IFC3-or-PlaygroupIlifa has submitted a number of proposals to the South African Draft National ECD Policy, which was published in the Government Gazette (No. 38558) on 15th March 2015.

The Draft ECD Policy is commended for recognising ECD as a public good and for the commitment of the Government of the Republic of South Africa towards building a national ECD system which will support the public provision of a comprehensive package of ECD services.

Ilifa has recommended the prioritisation of the following concerns in the quest to ensure scale, equity and quality of ECD services, especially to the most vulnerable and marginalised young children.

  • Quality ECD has long been recognised as requiring effective collaboration across sectors. However, there is little evidence of the development and funding of effective coordination mechanisms to support integrated ECD in South Africa. It is therefore critical that priority be given to the development and adequate resourcing of effective, appropriate and credible coordination mechanisms.
  • The draft policy envisages and requires massive increases in the availability and delivery of key ECD services. The envisaged increase in scale and complexity can only be achieved and sustained in the presence of sound and effective departmental systems, especially within the Department of Social Development. Therefore, it is critical that the development of appropriate departmental systems and capacity be prioritised to lay a sound foundation for the effective and sustained scale-up of delivery of quality services to realise the national ECD vision.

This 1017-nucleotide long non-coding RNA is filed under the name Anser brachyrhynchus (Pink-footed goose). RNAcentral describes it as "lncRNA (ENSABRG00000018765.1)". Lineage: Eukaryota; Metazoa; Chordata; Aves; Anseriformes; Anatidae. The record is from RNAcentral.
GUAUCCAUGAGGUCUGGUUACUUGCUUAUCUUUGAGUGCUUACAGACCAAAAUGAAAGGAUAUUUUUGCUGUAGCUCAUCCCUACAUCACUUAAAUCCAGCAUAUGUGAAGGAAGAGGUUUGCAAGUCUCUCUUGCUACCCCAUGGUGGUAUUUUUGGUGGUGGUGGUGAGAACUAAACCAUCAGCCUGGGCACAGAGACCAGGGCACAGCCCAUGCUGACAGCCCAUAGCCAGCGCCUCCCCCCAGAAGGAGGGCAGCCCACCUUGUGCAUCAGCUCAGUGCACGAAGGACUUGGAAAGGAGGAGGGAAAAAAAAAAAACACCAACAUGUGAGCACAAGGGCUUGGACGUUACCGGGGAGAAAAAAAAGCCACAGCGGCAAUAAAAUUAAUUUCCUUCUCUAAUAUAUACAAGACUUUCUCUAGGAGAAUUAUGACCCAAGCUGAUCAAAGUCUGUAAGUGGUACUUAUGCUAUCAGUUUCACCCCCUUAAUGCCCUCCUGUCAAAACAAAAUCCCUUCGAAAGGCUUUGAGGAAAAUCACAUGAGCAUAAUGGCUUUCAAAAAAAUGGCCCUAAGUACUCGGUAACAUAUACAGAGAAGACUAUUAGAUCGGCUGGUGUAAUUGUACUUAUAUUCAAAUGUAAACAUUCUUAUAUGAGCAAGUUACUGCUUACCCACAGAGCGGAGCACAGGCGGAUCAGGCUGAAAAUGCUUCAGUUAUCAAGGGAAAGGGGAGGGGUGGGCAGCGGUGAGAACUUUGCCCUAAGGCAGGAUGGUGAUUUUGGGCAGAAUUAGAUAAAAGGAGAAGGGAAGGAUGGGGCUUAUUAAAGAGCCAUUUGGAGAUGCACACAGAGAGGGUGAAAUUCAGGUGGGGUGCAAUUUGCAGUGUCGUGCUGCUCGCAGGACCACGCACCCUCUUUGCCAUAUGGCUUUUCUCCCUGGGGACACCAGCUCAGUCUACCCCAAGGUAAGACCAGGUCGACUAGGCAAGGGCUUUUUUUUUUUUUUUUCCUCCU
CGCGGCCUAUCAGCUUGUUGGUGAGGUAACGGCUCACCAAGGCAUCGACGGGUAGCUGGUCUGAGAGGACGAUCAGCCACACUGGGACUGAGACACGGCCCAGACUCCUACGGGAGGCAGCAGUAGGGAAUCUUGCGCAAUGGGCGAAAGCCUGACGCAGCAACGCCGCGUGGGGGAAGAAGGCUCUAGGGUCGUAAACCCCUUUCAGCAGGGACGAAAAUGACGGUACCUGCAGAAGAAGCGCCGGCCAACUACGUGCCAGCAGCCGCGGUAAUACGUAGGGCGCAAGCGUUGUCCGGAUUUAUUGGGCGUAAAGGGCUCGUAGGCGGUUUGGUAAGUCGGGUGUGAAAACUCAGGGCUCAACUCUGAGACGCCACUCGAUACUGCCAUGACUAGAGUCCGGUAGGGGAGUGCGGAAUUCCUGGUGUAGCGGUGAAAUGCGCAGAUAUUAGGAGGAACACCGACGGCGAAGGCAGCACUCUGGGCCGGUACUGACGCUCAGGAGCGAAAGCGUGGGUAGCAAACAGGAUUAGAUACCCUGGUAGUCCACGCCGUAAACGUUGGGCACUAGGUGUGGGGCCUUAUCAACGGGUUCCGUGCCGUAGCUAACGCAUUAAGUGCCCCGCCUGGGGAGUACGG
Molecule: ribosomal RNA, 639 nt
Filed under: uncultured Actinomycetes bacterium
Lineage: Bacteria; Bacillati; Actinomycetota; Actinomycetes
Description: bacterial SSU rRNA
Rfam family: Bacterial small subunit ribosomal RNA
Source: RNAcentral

• Among the systems that must be in place from the outset to support the realisation of the national ECD vision are effective monitoring and quality control processes. South Africa’s ECD landscape has been characterised by poor quality services, notably for the most marginalised and vulnerable children. ECD provisioning has, in many instances, thus served to perpetuate, rather than break the intergenerational cycle of poverty. Breaking this vicious cycle depends on the scaled-up provision of quality ECD services to the most vulnerable and marginalised, and this in turn requires the development of robust and effective quality control and improvement processes and systems right from the start.

Ilifa Labantwana’s full submission to the Draft National ECD Policy is available HERE

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